4. Ugh…hate Twitter. I’ll go try to figure it out. For some reason the layout makes no sense to me and I can’t figure out how to pull up hashtag stuff. But my book finally arrived so I’ll do my best to figure out how to participate in the conversation there.

      1. Yes . I tried that article and numerous other videos and blogs about how to use Twitter today. But I did also find in the descriptions the idea that Twitter isn’t good for in-depth discussion and that is what I need. So many acronyms and abbreviations and having to reword my answer to make it shorter and everyone just throwing out single answers that don’t seem to relate to each other. I just don’t find it conducive to good discussion. I’m also quite confused on the format. I’m confused about what chapter I’m supposed to be reading. I shouldn’t be this confused only being 2 days late getting my book. I suspect Twitter is just too kinetic for me. However, I’m excited to have the book in my hands. I’ll just have to read it on my own and work through it.

        1. Sorry for the confusion! The reading schedule is in the blog post. On each of the days listed, I will publish a post about the chapter we read. You can join in the conversation either by commenting on the post, and reading others’ comments, or by participating in the Twitter chat. Maybe you could also find a colleague in your school or area interested in the book so you could have more in-depth discussions!

  5. Myself and two other teachers are attempting guided math workshop this fall. We are struggling with the idea of a condensing a whole group 25 minute lesson to 10 minutes and are beginning to feel overwhelmed. Perhaps this will come later in the book, but I am struggling with this as an over arcing and nagging problem. So we aren’t sure what model to begin with. Suggestions?

    1. In the Guided Math structure, small group instruction is actually a separate component from Math Workshop, so this book doesn’t go into detail about small group instruction. I’ve been doing some workshops this summer about small group instruction, so maybe over the next month I can blog about it.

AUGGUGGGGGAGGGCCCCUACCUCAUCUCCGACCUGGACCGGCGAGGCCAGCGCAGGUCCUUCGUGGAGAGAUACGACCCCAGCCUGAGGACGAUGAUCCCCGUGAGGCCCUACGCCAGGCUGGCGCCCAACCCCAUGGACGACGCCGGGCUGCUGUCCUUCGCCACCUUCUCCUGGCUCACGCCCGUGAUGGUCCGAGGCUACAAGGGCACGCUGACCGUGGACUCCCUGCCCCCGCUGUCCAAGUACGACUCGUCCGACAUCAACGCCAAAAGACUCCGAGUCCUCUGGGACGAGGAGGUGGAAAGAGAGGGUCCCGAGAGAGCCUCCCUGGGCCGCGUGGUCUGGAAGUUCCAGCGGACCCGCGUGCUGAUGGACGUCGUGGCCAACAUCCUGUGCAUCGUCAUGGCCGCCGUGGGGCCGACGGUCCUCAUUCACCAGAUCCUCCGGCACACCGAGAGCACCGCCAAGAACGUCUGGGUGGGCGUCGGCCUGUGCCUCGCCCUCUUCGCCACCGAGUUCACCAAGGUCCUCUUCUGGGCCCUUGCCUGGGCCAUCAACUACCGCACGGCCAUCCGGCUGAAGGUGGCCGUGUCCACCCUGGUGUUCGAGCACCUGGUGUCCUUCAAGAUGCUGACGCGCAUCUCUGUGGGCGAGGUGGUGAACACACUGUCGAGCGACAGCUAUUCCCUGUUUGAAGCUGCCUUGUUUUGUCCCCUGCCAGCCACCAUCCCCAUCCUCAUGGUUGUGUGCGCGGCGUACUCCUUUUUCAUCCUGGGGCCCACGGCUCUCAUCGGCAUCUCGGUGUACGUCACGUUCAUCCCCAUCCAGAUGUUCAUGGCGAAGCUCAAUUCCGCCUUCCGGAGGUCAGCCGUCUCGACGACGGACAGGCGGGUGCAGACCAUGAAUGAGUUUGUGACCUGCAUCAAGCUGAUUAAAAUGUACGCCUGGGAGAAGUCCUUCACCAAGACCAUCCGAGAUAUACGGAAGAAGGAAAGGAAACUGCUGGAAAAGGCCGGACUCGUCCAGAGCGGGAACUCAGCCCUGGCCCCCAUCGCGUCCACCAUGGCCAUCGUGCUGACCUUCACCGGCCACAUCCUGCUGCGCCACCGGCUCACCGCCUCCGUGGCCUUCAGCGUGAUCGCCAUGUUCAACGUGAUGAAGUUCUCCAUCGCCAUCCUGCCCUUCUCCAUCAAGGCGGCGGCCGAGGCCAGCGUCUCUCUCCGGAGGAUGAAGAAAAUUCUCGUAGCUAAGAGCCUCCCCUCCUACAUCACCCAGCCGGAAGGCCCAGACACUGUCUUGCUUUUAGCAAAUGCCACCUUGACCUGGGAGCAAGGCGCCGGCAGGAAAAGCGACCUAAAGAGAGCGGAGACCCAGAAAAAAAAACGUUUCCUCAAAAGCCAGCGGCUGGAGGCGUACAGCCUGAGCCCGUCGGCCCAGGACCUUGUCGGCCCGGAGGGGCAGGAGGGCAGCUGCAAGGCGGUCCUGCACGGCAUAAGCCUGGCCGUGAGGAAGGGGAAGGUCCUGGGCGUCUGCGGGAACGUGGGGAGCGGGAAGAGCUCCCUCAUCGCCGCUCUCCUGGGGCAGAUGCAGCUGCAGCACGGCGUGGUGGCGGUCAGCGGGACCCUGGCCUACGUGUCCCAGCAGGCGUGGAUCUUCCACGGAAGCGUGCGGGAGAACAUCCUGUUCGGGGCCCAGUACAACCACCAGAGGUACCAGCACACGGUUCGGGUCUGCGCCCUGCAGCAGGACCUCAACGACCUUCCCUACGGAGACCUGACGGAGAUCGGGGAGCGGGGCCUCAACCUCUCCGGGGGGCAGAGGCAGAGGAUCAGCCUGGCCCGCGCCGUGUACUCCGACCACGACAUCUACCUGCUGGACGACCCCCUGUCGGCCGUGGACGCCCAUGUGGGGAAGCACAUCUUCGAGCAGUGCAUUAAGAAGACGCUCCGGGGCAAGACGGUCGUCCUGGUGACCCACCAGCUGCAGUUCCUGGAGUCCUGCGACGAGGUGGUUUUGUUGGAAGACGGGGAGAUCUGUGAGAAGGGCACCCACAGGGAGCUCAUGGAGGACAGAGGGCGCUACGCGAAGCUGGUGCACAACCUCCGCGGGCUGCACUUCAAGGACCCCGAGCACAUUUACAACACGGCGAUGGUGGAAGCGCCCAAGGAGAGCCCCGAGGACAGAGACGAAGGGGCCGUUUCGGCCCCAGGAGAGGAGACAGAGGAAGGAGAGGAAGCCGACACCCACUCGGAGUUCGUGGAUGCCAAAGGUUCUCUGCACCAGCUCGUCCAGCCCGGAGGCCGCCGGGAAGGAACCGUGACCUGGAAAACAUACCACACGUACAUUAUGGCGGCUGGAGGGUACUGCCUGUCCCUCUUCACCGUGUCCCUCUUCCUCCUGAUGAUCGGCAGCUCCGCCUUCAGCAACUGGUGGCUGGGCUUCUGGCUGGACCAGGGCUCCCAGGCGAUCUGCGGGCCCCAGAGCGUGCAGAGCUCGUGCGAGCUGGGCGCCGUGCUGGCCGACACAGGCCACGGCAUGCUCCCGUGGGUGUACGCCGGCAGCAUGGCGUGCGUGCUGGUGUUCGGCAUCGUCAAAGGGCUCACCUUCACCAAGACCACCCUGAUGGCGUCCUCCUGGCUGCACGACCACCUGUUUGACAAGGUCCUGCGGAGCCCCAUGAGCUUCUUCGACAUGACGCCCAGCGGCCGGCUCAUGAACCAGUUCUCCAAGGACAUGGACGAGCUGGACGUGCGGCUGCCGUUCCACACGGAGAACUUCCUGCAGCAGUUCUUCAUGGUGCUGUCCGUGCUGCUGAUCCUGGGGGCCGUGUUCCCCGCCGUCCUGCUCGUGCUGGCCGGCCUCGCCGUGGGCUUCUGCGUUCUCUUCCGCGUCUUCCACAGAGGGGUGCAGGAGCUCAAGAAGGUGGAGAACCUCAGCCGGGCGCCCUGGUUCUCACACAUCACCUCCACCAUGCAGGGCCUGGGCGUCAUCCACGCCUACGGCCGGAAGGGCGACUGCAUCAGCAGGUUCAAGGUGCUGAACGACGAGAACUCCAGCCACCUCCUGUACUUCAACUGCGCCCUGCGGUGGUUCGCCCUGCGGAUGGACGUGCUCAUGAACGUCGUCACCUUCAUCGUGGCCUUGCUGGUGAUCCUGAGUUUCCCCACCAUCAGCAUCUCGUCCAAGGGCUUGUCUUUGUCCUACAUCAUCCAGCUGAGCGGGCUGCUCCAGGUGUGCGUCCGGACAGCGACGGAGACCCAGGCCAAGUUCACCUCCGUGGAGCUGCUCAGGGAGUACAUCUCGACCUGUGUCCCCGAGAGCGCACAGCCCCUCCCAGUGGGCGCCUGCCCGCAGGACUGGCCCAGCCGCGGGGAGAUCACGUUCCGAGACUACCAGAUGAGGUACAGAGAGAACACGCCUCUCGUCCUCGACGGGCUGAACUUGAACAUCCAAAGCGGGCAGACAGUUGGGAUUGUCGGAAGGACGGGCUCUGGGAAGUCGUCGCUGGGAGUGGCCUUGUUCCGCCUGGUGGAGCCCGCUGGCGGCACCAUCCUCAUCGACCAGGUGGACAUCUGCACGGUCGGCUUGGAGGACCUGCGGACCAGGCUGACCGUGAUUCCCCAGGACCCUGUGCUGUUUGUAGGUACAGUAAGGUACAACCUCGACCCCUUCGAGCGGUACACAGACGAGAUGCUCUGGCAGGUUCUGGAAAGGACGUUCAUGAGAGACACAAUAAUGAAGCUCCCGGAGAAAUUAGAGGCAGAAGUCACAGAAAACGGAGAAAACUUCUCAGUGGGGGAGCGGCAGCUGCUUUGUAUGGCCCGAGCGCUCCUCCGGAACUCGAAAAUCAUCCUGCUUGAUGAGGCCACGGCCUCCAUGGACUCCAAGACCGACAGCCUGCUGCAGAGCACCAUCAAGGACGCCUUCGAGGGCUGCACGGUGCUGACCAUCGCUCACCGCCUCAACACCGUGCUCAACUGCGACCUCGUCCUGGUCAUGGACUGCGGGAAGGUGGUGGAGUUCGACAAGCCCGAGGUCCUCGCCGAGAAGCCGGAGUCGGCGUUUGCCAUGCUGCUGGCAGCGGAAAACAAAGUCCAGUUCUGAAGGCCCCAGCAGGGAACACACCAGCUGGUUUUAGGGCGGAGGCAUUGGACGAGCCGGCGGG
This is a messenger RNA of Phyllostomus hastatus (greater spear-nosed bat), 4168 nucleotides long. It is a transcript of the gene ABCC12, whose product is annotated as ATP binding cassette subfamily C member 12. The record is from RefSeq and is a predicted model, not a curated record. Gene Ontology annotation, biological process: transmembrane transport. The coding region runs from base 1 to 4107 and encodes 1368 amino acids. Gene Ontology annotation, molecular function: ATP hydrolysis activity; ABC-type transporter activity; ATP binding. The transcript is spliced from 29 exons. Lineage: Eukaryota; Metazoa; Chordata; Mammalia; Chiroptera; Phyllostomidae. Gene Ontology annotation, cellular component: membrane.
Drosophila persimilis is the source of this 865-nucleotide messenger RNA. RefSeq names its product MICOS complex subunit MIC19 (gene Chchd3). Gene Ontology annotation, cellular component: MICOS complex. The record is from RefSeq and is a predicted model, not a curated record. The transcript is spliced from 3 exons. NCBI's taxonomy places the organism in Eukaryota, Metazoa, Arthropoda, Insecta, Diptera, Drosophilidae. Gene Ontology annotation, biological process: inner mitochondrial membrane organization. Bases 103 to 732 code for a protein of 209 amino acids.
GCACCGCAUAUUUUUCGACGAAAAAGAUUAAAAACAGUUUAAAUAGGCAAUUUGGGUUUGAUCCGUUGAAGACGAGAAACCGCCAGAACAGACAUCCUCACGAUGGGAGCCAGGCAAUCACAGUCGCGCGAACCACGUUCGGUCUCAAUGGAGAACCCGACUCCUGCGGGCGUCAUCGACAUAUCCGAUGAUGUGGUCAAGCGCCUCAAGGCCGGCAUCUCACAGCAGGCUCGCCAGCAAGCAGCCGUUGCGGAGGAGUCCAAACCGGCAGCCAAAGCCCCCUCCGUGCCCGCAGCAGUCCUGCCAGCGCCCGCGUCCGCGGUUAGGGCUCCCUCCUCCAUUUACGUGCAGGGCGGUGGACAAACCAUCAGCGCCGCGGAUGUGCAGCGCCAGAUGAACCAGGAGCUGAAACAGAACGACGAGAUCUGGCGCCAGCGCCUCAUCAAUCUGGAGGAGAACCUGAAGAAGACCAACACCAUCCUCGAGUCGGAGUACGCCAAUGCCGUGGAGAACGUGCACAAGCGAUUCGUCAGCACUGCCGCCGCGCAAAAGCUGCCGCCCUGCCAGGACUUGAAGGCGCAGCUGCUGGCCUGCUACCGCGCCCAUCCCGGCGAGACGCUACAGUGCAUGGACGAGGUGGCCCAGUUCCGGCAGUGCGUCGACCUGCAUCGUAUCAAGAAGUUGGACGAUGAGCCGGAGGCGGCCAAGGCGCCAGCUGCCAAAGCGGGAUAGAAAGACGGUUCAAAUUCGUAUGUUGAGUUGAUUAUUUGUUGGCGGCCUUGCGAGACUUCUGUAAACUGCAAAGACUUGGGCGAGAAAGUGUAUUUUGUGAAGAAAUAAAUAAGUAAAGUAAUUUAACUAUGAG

1. That would be WONDERFUL! We recognize this as the ‘learning curve’ year so to have blogs by experienced teachers would be so very helpful.

  6. I am going to attempt math workshop for the first time this year. I used to be a special education teacher and then 3 years I become a Core Math teacher. This year, I will have a co-teacher for half the time and I am truly stuck on how to do any of this with him only being there every other day. Lots of logistics. I wonder if I need to get the other books in the series…. I really want this to be successful!

    1. I think you will love the structure, once you get it figured out! If you don’t already have Laney’s original book, Guided Math, I would say that it would be a good addition to your library. The Twitter chat has been very active, so if you post any questions you might have there, you might get some answers.

  7. Yay! I finally got my copy of the book in the mail yesterday!!

    After reading on page 17 of the introduction about letting students pursue their curiosity about math, it made me think of the “genius hour” or “20% projects”. I’m thinking I could have each student select a continuing topic they want to work on like some of the examples given such as the stock market, sports statistics, etc. I’m not sure how this would fit into the workshop rotations yet, but I’m sure as I read on I’ll see more clearly how to incorporate this idea. I also definitely want to include spiral review, fact fluency, and games to practice the current topic. Looking forward to reading more!!